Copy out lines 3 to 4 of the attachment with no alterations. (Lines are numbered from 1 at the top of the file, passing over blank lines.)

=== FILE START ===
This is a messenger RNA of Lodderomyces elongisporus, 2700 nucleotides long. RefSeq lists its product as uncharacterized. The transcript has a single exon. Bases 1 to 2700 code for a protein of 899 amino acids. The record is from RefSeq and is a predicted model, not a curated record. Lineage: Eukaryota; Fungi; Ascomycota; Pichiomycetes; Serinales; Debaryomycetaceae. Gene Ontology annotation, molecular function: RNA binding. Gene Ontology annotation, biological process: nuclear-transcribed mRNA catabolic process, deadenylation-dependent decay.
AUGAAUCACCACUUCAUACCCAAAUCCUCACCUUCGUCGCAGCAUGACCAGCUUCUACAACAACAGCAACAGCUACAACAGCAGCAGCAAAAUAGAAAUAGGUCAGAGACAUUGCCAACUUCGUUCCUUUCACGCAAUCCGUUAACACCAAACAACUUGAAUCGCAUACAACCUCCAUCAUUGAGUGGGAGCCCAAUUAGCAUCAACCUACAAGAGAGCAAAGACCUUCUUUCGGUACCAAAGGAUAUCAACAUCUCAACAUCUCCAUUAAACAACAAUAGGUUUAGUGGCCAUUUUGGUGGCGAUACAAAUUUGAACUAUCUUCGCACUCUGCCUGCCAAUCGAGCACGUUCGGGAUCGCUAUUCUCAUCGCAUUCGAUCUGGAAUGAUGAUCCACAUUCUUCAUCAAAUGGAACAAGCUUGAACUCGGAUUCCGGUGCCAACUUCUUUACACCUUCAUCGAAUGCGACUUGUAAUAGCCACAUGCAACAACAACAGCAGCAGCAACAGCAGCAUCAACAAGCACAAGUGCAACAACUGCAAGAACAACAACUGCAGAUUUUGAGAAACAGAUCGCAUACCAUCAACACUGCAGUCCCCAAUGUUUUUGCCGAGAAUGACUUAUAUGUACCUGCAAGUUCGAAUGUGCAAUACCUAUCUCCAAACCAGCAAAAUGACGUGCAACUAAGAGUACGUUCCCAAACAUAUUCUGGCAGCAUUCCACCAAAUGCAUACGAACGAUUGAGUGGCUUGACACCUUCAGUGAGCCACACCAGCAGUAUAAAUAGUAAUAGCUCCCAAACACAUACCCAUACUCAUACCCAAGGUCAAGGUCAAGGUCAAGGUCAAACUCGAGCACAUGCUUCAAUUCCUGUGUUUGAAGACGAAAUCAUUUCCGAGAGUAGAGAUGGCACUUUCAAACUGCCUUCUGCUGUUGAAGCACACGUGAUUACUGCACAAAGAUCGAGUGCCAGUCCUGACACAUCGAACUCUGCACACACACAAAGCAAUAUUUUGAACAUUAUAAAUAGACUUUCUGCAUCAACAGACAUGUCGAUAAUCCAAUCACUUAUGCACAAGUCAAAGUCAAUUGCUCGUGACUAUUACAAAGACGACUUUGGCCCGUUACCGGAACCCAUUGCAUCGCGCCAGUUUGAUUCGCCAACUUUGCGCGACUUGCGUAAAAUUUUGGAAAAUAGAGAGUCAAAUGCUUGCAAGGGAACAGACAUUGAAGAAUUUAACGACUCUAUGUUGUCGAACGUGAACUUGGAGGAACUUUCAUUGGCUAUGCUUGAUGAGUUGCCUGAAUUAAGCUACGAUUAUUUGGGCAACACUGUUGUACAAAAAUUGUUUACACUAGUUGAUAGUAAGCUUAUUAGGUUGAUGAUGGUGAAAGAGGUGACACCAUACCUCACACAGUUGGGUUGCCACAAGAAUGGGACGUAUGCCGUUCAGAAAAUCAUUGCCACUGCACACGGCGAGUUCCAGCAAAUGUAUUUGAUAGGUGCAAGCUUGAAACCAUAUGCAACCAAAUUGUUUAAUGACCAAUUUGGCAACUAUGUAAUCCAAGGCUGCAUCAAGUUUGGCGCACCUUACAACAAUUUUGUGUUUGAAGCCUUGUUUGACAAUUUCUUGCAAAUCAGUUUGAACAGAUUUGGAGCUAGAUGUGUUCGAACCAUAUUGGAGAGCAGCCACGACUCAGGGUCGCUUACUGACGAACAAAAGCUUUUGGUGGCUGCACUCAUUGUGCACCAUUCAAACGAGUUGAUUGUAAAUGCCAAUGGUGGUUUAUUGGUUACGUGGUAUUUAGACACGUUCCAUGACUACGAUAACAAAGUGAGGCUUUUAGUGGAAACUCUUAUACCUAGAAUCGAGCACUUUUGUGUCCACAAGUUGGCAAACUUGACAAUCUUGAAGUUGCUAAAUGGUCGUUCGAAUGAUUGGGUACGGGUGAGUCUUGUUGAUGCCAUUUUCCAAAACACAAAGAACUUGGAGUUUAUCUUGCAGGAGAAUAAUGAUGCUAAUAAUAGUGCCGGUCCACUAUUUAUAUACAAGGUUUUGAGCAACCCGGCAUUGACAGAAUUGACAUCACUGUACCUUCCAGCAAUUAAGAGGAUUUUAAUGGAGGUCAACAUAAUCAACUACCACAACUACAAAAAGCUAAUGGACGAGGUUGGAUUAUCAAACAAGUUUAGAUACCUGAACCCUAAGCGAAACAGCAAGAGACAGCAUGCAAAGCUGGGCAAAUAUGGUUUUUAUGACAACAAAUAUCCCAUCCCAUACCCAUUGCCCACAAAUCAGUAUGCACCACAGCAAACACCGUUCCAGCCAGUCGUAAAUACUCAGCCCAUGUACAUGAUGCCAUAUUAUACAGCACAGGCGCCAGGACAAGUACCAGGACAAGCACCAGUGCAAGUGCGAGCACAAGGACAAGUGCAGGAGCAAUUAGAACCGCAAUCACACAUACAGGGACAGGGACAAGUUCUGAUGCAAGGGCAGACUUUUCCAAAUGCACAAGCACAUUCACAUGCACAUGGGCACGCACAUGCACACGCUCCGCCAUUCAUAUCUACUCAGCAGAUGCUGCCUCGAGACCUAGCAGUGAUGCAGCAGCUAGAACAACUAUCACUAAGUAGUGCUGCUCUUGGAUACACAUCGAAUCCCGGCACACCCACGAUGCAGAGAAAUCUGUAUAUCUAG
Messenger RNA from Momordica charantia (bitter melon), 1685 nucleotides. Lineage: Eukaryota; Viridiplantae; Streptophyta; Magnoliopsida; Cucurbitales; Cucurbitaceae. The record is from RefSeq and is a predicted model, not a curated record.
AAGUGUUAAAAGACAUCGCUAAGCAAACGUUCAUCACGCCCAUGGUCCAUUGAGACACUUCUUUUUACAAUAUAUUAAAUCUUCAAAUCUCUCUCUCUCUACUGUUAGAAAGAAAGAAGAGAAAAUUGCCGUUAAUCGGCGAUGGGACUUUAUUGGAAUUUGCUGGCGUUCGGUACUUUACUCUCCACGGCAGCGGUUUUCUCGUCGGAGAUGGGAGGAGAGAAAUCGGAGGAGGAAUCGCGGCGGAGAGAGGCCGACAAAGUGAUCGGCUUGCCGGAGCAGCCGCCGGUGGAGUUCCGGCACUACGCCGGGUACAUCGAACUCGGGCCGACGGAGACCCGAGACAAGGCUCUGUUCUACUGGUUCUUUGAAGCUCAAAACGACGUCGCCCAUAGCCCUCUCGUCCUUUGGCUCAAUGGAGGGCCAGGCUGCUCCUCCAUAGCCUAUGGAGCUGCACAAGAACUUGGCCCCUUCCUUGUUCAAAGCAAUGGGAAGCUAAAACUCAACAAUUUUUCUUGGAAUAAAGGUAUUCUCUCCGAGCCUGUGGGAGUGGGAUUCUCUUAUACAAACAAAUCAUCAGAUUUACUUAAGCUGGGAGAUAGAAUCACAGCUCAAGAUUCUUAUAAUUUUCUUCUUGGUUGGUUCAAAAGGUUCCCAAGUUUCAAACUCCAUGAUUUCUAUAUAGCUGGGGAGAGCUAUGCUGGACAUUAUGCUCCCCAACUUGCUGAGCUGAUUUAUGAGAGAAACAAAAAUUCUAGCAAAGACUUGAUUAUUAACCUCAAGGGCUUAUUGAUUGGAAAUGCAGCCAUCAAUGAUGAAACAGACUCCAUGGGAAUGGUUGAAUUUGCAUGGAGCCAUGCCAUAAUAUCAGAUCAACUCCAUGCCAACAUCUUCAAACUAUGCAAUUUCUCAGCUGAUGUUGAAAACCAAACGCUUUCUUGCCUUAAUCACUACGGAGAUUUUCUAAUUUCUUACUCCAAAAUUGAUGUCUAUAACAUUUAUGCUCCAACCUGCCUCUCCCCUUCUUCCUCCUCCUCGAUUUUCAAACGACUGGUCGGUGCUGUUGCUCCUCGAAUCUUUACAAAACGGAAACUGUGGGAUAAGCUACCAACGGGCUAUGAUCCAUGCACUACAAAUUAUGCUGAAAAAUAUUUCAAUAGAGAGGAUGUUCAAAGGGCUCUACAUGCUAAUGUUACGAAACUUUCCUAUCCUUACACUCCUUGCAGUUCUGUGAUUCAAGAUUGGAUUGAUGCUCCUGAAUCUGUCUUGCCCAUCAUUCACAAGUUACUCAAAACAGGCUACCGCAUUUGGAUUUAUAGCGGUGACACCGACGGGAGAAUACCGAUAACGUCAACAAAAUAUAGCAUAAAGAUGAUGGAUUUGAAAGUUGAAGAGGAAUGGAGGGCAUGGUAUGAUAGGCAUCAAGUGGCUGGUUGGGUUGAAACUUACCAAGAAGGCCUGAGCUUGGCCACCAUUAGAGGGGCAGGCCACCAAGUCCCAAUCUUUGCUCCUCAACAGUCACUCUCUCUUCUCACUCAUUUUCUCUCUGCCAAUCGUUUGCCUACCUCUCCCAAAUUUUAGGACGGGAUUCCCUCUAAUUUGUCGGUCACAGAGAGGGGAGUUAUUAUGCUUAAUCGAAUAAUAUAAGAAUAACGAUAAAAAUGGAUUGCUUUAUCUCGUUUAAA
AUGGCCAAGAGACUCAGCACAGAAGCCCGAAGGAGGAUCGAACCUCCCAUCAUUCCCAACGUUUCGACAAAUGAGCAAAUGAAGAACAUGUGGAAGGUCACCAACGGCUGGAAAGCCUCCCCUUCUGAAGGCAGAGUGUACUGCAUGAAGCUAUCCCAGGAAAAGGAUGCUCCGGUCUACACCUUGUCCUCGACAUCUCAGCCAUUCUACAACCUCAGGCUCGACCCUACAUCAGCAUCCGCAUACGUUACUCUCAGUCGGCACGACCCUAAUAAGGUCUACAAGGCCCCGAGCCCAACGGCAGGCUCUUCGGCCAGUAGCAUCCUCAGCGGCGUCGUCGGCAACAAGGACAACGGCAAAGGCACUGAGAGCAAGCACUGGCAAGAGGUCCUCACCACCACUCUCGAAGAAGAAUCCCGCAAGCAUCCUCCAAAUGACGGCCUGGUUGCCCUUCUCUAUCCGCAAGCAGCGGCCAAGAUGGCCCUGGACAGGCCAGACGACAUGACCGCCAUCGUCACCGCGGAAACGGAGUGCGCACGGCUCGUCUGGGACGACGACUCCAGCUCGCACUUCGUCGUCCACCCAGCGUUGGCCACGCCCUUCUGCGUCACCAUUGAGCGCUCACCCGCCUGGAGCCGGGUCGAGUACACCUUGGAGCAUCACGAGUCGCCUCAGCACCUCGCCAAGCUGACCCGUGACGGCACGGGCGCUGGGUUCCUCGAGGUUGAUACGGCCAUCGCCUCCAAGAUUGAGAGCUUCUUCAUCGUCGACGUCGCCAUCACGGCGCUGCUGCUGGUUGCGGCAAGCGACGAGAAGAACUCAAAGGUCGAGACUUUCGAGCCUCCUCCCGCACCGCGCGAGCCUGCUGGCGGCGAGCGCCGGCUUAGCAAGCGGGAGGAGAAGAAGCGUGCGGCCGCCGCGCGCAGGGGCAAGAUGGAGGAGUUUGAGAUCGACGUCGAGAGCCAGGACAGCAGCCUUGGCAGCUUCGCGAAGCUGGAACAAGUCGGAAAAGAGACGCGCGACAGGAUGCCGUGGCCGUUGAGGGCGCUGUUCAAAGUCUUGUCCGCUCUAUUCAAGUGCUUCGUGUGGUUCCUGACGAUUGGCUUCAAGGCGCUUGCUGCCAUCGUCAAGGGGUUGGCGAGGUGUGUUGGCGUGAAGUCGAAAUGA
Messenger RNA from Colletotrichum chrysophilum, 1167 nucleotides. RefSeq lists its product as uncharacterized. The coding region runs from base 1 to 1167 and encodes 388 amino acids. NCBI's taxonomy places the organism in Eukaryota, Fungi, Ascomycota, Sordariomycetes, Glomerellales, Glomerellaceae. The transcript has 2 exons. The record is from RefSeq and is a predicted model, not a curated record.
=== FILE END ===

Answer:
Messenger RNA from Momordica charantia (bitter melon), 1685 nucleotides. Lineage: Eukaryota; Viridiplantae; Streptophyta; Magnoliopsida; Cucurbitales; Cucurbitaceae. The record is from RefSeq and is a predicted model, not a curated record.
AAGUGUUAAAAGACAUCGCUAAGCAAACGUUCAUCACGCCCAUGGUCCAUUGAGACACUUCUUUUUACAAUAUAUUAAAUCUUCAAAUCUCUCUCUCUCUACUGUUAGAAAGAAAGAAGAGAAAAUUGCCGUUAAUCGGCGAUGGGACUUUAUUGGAAUUUGCUGGCGUUCGGUACUUUACUCUCCACGGCAGCGGUUUUCUCGUCGGAGAUGGGAGGAGAGAAAUCGGAGGAGGAAUCGCGGCGGAGAGAGGCCGACAAAGUGAUCGGCUUGCCGGAGCAGCCGCCGGUGGAGUUCCGGCACUACGCCGGGUACAUCGAACUCGGGCCGACGGAGACCCGAGACAAGGCUCUGUUCUACUGGUUCUUUGAAGCUCAAAACGACGUCGCCCAUAGCCCUCUCGUCCUUUGGCUCAAUGGAGGGCCAGGCUGCUCCUCCAUAGCCUAUGGAGCUGCACAAGAACUUGGCCCCUUCCUUGUUCAAAGCAAUGGGAAGCUAAAACUCAACAAUUUUUCUUGGAAUAAAGGUAUUCUCUCCGAGCCUGUGGGAGUGGGAUUCUCUUAUACAAACAAAUCAUCAGAUUUACUUAAGCUGGGAGAUAGAAUCACAGCUCAAGAUUCUUAUAAUUUUCUUCUUGGUUGGUUCAAAAGGUUCCCAAGUUUCAAACUCCAUGAUUUCUAUAUAGCUGGGGAGAGCUAUGCUGGACAUUAUGCUCCCCAACUUGCUGAGCUGAUUUAUGAGAGAAACAAAAAUUCUAGCAAAGACUUGAUUAUUAACCUCAAGGGCUUAUUGAUUGGAAAUGCAGCCAUCAAUGAUGAAACAGACUCCAUGGGAAUGGUUGAAUUUGCAUGGAGCCAUGCCAUAAUAUCAGAUCAACUCCAUGCCAACAUCUUCAAACUAUGCAAUUUCUCAGCUGAUGUUGAAAACCAAACGCUUUCUUGCCUUAAUCACUACGGAGAUUUUCUAAUUUCUUACUCCAAAAUUGAUGUCUAUAACAUUUAUGCUCCAACCUGCCUCUCCCCUUCUUCCUCCUCCUCGAUUUUCAAACGACUGGUCGGUGCUGUUGCUCCUCGAAUCUUUACAAAACGGAAACUGUGGGAUAAGCUACCAACGGGCUAUGAUCCAUGCACUACAAAUUAUGCUGAAAAAUAUUUCAAUAGAGAGGAUGUUCAAAGGGCUCUACAUGCUAAUGUUACGAAACUUUCCUAUCCUUACACUCCUUGCAGUUCUGUGAUUCAAGAUUGGAUUGAUGCUCCUGAAUCUGUCUUGCCCAUCAUUCACAAGUUACUCAAAACAGGCUACCGCAUUUGGAUUUAUAGCGGUGACACCGACGGGAGAAUACCGAUAACGUCAACAAAAUAUAGCAUAAAGAUGAUGGAUUUGAAAGUUGAAGAGGAAUGGAGGGCAUGGUAUGAUAGGCAUCAAGUGGCUGGUUGGGUUGAAACUUACCAAGAAGGCCUGAGCUUGGCCACCAUUAGAGGGGCAGGCCACCAAGUCCCAAUCUUUGCUCCUCAACAGUCACUCUCUCUUCUCACUCAUUUUCUCUCUGCCAAUCGUUUGCCUACCUCUCCCAAAUUUUAGGACGGGAUUCCCUCUAAUUUGUCGGUCACAGAGAGGGGAGUUAUUAUGCUUAAUCGAAUAAUAUAAGAAUAACGAUAAAAAUGGAUUGCUUUAUCUCGUUUAAA